The Coronavirus Aid, Relief, and Economic Security (CARES) Act was signed into law on March 27, 2020. This $2 trillion emergency relief package represents a bipartisan effort. It was designed to assist both individuals and businesses in the ongoing coronavirus pandemic and accompanying economic crisis. The CARES Act provisions for retirement plan relief for individuals under federal tax law are discussed here.
For those seeking access to their retirement funds, these include special provisions for coronavirus-related distributions and loans. For those seeking to preserve their retirement funds, certain required minimum distributions from retirement funds have been suspended.
A 10% penalty tax generally applies to distributions from an employer retirement plan or individual retirement account (IRA) before age 59½ unless an exception applies. Due to the coronavirus pandemic, the penalty tax will not apply to up to $100,000 of coronavirus-related distributions to an individual during 2020. Additionally, income resulting from a coronavirus-related distribution is spread over a three-year period for tax purposes unless an individual elects otherwise. Coronavirus-related distributions can also be paid back to an eligible retirement plan within three years of the day after the distribution was received.
What does “coronavirus related” mean?
For purposes of the distribution and loan rules described here, “coronavirus related” applies to individuals diagnosed with the illness or who have a spouse or dependent diagnosed with the illness. It also applies to individuals who experience adverse financial consequences as a result of the pandemic. Adverse financial consequences could include quarantines, furloughs, and business closings.
Loans from qualified plans
Qualified plans such as a 401(k) can allow an employee to take out a loan. These loans can generally be repaid over a period of up to five years. They’re also generally limited to the lesser of $50,000 or 50% of the total benefit the employee has a right to receive under the plan. However, for a coronavirus-related loan made between March 27, 2020, and September 22, 2020, the loan limit is increased to $100,000 or 100% of the amount the employee can rightfully receive under the plan (whichever amount is less). In the case of a loan outstanding after March 26, 2020, the due date for any repayment that would normally be due between March 27, 2020, and December 31, 2020, may be delayed by coronavirus-related qualifying individuals for one year, and the delay period is disregarded in determining the five-year period and the term of the loan.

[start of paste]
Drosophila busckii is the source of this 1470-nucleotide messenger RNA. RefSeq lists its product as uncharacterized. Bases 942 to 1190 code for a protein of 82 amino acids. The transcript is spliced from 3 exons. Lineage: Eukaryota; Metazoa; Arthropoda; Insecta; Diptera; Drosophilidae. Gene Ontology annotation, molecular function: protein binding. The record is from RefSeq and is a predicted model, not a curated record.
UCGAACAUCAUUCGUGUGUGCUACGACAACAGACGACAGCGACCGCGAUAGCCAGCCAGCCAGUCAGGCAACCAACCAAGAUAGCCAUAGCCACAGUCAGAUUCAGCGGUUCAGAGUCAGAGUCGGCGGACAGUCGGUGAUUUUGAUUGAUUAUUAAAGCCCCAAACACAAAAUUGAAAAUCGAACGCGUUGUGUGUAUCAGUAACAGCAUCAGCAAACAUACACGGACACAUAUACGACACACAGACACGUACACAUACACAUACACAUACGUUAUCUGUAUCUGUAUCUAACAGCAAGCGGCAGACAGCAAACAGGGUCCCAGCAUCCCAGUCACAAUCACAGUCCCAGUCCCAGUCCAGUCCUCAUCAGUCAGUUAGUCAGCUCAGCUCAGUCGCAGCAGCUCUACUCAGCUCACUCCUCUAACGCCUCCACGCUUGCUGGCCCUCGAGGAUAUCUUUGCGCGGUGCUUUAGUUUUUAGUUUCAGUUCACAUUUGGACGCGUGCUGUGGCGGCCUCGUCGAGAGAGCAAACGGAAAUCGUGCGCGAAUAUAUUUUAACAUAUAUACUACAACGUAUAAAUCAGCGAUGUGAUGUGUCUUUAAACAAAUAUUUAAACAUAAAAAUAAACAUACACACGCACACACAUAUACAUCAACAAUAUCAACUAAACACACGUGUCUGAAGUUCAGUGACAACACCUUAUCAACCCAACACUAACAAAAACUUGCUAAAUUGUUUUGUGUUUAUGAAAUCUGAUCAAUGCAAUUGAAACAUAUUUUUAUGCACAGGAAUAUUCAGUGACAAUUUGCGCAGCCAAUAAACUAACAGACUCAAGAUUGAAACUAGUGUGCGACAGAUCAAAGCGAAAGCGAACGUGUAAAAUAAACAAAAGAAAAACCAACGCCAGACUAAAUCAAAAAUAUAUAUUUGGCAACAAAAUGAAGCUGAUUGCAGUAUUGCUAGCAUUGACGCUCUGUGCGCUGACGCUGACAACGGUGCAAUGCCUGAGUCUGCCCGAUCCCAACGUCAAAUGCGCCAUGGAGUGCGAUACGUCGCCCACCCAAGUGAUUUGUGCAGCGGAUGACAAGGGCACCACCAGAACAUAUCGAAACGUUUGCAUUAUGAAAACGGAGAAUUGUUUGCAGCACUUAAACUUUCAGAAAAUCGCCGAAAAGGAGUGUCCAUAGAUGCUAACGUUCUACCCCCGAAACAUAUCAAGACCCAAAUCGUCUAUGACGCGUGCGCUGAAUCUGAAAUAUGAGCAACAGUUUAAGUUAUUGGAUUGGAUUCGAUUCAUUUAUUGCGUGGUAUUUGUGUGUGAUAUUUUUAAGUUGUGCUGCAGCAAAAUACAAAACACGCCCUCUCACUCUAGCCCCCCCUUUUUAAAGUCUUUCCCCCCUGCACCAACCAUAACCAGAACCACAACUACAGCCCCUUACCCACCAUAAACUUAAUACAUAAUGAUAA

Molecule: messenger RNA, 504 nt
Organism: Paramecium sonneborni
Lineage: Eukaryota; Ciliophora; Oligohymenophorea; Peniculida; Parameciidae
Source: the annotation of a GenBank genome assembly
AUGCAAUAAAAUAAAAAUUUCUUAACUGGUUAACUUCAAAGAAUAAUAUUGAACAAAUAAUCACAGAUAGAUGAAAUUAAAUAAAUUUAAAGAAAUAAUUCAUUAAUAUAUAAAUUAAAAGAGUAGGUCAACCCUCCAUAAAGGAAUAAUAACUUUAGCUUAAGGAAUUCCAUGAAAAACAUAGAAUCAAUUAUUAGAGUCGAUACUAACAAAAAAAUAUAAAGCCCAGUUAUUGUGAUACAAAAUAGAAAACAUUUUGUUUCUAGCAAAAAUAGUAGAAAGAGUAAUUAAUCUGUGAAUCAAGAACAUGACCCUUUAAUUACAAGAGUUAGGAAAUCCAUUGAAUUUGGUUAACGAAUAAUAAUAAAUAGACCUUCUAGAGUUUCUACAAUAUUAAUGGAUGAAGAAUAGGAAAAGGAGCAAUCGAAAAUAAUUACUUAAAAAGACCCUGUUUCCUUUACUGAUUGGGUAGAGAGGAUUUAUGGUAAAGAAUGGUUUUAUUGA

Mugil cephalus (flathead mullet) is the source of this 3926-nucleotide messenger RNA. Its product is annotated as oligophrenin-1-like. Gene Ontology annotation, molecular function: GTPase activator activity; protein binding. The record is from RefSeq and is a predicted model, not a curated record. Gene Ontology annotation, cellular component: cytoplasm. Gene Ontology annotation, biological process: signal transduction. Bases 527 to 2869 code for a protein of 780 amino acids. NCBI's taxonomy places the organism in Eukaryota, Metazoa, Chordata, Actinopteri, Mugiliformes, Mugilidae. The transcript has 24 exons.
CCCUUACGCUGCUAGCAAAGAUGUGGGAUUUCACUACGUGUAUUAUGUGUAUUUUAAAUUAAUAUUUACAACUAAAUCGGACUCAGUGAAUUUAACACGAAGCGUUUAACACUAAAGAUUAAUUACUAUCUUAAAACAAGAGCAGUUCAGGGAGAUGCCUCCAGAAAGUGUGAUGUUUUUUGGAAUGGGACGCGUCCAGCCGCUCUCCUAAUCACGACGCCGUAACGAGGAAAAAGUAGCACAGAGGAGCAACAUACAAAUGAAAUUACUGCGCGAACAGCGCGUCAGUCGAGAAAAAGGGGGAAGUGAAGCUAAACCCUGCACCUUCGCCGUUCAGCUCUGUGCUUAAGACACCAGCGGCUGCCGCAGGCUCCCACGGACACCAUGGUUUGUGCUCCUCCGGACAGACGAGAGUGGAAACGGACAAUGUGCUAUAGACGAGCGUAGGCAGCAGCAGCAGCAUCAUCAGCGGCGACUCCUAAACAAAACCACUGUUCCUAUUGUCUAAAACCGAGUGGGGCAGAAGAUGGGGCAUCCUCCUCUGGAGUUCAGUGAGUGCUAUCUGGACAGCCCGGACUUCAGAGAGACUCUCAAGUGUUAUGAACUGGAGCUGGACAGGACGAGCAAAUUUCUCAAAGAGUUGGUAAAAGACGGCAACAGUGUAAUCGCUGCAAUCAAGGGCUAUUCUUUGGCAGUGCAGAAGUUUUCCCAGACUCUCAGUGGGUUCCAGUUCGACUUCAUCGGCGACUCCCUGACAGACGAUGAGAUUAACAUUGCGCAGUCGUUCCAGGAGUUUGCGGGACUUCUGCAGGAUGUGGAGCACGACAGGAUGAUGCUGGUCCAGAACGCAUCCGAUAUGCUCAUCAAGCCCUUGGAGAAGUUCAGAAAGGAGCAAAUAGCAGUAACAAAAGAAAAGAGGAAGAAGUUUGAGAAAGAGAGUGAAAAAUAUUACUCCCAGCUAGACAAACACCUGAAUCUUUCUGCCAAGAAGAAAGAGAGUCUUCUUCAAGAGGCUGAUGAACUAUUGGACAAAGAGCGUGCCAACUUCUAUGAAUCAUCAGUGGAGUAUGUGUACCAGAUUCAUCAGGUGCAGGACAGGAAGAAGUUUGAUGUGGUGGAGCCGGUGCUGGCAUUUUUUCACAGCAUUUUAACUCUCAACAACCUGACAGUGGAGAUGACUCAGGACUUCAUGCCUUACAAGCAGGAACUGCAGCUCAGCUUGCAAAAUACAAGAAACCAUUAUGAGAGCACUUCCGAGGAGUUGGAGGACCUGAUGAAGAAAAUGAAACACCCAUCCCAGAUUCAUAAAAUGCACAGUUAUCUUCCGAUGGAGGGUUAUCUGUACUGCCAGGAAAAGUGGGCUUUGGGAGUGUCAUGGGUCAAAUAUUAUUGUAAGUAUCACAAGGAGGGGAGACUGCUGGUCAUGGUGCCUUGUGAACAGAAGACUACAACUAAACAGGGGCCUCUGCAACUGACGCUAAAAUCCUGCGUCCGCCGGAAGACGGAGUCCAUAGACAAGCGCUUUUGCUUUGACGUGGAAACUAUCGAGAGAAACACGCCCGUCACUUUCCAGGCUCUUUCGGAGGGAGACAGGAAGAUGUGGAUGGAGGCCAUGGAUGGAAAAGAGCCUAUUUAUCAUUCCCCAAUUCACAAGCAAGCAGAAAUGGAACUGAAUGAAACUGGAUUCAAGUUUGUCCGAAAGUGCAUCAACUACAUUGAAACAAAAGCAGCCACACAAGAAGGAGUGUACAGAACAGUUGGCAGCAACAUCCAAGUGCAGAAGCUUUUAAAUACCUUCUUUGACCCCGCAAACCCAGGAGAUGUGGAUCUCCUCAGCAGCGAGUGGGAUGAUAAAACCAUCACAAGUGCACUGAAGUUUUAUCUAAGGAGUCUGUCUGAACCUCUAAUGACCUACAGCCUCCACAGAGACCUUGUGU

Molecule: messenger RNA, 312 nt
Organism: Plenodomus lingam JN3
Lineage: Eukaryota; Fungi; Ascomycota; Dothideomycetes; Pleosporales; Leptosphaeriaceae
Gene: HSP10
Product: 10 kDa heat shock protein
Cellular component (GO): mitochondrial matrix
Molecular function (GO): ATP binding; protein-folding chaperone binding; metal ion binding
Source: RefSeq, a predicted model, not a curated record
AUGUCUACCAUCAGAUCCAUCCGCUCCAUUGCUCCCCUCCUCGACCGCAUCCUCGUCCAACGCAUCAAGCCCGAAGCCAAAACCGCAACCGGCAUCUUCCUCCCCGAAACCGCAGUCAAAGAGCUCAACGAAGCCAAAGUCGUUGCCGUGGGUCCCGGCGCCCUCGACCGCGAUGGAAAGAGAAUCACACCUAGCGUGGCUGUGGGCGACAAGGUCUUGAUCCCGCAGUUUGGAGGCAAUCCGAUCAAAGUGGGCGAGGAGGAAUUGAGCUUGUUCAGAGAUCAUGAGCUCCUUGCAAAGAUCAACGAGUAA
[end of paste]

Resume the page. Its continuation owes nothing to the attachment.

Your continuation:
Most required minimum distributions (RMDs) suspended for 2020
RMDs are generally required to start from an employer retirement plan or IRA by April 1 of the year after the plan participant or IRA owner reaches age 70½ (age 72 for those who reach age 70½ after 2019). If an employee continues working after age 70½ (age 72 for those who reach age 70½ after 2019), RMDs from an employer retirement plan maintained by the current employer can be deferred until April 1 of the year after retirement. (RMDs are not required from a Roth IRA during the lifetime of the IRA owner.) RMDs are also generally required to beneficiaries after the death of the plan participant or IRA owner. A 50% penalty applies to an RMD that is not made.
The CARES Act suspends RMDs from IRAs and defined contribution plans (other than Section 457 plans for nongovernmental tax-exempt organizations) for 2020. This waiver includes any RMDs for 2019 with an April 1, 2020, required beginning date that were not taken in 2019. This one-year suspension does not generally affect how post-2020 RMDs are determined.
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